It’s hard to believe that cars have only been available to the public for a little over a century.
In that time, they have undergone innumerable changes in terms of body and performance, but one important fact has remained constant: they contain and internal combustion engine that runs, at least in part, on fossil fuels. That all may be about to change, though.
There was a time when a car engine running on fossil fuel felt revolutionary—and indeed, it was, but times have changed. In the late 1990s, as the public became aware of the human impact on climate change, car manufacturers first began unveiling hybrids.
These cars used but electricity and fossil fuels, in a sort of hybrid between traditional vehicles and electrical ones, hence the name. While this was a step in the right direction, it fails to fully mitigate the emissions of fossil fuels.
To solve this issue, the last decade has seen a concerted interest in electric vehicles, or EVs, from nearly every automaker in the world. Leading the charge toward electric vehicles that can perform on the same level as traditional ones in Tesla, who proved that high performance and carbon neutrality aren’t mutually exclusive with its Roadster in 2008.
Despite being leaps and bounds better for the environment than both traditional gas-dependant cars and hybrids, electric vehicles still have struggles with which to contend. For one thing, charging stations can be difficult to come by, but more overarching is the fact that electric vehicles do still leave a footprint.
By requiring electricity to charge their batteries, they are still relying on fossil fuels, since most electricity is still produced by fossil fuels today. Of course, there are exceptions to this rule. For example, if your home runs entirely on solar or some other form of renewable energy, but for the most part this isn’t the case.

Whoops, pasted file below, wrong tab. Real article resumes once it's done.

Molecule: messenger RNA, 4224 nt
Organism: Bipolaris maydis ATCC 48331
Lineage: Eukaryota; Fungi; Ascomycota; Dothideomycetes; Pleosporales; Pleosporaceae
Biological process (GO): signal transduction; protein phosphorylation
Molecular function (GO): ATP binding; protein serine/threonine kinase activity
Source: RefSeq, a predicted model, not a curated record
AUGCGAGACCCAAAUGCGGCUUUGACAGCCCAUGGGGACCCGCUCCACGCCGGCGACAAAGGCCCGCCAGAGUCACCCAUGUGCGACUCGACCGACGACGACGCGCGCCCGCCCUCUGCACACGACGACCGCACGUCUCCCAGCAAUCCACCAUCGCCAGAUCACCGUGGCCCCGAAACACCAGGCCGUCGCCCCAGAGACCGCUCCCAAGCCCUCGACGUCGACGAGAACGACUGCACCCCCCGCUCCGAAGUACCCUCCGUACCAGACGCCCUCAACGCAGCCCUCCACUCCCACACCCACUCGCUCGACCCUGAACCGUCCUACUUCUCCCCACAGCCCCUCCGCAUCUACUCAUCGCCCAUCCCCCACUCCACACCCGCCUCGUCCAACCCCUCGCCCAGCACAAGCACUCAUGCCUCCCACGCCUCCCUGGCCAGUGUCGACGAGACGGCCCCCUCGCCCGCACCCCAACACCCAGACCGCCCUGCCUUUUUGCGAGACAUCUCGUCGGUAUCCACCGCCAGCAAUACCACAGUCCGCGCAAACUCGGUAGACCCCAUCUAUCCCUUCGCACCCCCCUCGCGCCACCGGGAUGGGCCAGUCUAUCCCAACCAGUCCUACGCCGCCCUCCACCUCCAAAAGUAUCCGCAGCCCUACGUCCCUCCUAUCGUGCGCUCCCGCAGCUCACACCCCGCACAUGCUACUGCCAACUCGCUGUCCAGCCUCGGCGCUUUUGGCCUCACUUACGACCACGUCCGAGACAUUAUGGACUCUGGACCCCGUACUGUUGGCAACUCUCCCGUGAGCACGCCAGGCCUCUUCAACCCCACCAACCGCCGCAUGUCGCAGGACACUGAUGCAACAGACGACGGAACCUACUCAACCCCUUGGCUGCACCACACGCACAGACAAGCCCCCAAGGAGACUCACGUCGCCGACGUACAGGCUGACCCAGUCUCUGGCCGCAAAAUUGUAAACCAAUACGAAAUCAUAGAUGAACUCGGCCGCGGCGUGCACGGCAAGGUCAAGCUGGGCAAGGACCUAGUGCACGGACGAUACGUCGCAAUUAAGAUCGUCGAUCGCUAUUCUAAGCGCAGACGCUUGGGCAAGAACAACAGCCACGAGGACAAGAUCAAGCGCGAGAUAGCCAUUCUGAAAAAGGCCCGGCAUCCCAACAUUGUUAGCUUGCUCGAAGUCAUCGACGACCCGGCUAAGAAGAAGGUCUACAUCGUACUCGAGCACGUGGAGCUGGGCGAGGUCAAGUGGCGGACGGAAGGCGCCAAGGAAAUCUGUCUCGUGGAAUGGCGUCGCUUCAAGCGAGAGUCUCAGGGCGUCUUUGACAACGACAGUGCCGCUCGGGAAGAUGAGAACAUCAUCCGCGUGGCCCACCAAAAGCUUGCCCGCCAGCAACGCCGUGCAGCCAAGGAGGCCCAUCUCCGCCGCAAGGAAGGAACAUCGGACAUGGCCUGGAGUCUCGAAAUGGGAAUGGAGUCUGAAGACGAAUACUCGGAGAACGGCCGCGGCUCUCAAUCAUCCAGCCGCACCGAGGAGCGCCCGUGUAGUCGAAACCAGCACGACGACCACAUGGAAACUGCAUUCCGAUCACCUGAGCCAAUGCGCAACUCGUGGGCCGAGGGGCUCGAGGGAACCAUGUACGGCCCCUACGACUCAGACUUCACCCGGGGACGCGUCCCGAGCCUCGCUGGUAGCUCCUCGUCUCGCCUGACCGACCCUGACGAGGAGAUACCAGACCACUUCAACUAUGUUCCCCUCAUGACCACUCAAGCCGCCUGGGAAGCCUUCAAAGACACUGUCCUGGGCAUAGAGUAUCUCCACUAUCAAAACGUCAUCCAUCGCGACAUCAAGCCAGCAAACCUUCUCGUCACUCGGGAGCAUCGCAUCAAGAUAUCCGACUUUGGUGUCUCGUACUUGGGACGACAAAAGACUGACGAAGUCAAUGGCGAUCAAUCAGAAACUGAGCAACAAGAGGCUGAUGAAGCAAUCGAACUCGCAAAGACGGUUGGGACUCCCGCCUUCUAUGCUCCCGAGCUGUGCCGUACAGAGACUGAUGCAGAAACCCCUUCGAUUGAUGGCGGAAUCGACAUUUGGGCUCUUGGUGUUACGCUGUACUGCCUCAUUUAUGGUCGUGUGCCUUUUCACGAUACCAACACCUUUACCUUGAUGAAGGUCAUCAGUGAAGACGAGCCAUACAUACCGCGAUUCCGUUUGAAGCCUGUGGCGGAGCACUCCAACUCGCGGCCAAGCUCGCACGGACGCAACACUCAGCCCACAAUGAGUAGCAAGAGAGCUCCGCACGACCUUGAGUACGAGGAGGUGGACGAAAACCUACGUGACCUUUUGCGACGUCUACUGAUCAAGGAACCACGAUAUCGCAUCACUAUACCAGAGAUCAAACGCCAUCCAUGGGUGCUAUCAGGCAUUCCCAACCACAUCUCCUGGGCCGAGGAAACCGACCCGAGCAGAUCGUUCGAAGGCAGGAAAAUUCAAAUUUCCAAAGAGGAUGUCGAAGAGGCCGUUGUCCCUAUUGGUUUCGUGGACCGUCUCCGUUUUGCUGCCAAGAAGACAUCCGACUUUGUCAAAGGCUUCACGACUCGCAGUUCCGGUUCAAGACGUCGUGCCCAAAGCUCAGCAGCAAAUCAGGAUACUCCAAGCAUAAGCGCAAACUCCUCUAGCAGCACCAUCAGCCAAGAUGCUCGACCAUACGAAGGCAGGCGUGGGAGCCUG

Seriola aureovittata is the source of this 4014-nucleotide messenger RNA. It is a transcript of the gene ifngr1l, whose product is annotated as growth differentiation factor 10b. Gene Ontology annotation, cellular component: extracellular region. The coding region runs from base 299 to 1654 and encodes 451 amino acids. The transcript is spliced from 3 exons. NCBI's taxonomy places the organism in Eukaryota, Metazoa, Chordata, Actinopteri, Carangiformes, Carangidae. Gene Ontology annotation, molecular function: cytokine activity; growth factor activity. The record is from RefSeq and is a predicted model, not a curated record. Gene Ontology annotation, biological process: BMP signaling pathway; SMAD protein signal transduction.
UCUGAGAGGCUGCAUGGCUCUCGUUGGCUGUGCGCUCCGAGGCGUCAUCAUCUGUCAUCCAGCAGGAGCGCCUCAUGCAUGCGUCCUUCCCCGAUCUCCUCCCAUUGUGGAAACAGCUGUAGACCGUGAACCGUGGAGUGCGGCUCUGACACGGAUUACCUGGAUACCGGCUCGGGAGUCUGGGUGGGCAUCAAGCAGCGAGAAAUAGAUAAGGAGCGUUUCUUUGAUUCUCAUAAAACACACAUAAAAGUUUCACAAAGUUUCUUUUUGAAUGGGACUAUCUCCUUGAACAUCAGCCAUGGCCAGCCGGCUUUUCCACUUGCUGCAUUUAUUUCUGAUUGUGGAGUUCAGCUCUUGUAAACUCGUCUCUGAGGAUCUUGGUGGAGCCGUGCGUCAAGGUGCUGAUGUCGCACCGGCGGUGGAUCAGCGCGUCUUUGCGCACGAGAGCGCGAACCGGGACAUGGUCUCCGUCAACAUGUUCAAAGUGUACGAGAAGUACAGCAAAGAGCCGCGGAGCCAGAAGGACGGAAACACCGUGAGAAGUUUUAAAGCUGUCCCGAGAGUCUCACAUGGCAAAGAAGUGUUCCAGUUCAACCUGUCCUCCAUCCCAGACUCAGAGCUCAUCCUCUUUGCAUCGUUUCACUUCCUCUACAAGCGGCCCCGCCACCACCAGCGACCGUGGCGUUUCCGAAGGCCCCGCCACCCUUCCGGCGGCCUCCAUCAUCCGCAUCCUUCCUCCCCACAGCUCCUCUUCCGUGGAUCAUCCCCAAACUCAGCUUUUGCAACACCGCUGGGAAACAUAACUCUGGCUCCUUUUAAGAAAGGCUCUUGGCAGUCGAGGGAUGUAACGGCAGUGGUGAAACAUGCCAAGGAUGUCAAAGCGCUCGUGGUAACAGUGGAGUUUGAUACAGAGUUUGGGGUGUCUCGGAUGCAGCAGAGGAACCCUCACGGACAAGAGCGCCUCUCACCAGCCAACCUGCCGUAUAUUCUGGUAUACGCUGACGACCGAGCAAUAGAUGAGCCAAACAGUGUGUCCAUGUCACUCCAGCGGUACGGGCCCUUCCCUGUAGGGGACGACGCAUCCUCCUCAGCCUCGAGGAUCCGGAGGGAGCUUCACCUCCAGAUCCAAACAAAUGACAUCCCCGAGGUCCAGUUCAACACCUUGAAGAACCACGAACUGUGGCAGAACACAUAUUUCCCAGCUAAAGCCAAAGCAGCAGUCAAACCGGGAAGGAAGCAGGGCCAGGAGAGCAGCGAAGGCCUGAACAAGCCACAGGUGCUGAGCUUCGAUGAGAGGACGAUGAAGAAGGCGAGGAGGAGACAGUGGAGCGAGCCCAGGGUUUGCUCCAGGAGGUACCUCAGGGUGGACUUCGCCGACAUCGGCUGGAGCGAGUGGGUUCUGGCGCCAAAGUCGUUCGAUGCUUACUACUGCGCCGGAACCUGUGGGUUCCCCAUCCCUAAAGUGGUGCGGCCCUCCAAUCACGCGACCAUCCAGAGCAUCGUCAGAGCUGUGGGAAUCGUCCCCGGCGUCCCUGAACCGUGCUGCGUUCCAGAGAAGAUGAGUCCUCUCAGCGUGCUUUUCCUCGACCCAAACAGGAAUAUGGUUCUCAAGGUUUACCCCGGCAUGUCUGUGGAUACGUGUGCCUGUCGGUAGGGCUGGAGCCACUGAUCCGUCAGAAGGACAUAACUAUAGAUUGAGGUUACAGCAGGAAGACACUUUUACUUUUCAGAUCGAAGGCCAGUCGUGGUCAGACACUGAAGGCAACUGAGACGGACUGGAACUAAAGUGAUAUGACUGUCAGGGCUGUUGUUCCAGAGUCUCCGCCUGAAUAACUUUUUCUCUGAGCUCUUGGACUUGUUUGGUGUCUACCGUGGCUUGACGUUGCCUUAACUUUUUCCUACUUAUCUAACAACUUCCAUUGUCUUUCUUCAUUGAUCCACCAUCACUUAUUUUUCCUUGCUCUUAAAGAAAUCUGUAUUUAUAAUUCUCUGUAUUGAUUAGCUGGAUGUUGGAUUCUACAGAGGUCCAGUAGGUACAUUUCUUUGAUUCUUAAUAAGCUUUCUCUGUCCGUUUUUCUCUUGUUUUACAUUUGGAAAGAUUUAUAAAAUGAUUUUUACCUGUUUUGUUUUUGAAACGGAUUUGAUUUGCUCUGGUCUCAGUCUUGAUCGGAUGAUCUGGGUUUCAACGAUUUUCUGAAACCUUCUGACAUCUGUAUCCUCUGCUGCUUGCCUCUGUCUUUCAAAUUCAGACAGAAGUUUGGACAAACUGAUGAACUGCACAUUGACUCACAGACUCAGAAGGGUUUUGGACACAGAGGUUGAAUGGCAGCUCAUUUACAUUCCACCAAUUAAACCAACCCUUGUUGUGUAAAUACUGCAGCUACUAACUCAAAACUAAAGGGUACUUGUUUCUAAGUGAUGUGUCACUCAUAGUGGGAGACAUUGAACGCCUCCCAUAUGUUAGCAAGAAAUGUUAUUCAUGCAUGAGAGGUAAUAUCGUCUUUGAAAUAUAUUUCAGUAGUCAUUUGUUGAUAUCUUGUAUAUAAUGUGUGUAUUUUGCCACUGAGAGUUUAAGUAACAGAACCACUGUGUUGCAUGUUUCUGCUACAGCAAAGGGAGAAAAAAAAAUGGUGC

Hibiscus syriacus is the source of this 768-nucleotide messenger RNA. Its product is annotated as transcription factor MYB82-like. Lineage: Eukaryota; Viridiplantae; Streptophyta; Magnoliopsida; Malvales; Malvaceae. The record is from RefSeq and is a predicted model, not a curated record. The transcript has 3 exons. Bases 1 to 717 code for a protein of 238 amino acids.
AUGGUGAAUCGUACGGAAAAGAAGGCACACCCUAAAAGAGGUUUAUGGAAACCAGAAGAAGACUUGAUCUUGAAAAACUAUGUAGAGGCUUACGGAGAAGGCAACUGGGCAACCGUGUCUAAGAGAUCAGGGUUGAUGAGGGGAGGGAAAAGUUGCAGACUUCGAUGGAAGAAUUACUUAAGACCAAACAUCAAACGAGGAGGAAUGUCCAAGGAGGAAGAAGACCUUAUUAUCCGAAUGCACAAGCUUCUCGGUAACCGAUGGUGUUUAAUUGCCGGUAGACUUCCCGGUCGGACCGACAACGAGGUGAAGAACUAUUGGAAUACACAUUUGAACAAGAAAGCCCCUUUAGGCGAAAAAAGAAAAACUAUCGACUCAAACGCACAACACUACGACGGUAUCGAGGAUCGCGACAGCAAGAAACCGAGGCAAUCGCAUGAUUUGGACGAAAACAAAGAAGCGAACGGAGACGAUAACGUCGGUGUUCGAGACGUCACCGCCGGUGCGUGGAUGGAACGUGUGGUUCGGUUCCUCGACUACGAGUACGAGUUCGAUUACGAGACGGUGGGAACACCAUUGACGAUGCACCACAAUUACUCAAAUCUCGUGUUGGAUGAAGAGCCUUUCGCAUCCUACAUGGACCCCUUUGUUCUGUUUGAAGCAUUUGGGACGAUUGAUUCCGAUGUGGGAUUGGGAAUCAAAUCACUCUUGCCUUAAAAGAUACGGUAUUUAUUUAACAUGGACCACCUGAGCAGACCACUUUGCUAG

So, just as EVs are truly striking a chord with the public, is it time to look to the next step in this evolution? Is it even possible to create an electric car that doesn’t require recharging? The technology is still young, but the answer is yes.
Cut The Cords
To be clear, there’s no way for an electric vehicle to run forever without recharging, this language simply refers to an electric vehicle that can recharge without having to be plugged in and pulling from the power grid.
As it turns out, that technology already exists. In 2018, Audi debuted ins 2019 A8 L e-tron. This vehicle can charge wirelessly simply by parking above a charging pad. The pad uses electromagnetic energy from two coils to transfer between the car’s batteries and the air gap, losing only about 10% of the energy in the process of the transfer.
While other automakers continue to search for greater efficiency, a tech company called NanoFlowcell has also made a foray into electric cars that don’t need to recharge traditionally. Though the details of their technology remain somewhat murky, the company claims to use two separate tanks of ionic liquids to provide continuous charge.
Other companies are experimenting with adding photovoltaic (solar) cells to the tops of vehicles to allow the sun to recharge the cars’ batteries.
Though the industry is likely several years away from any major breakthrough on the front of electric cars that don’t need recharged, the technology is fast approaching, and it’s bound to make waves.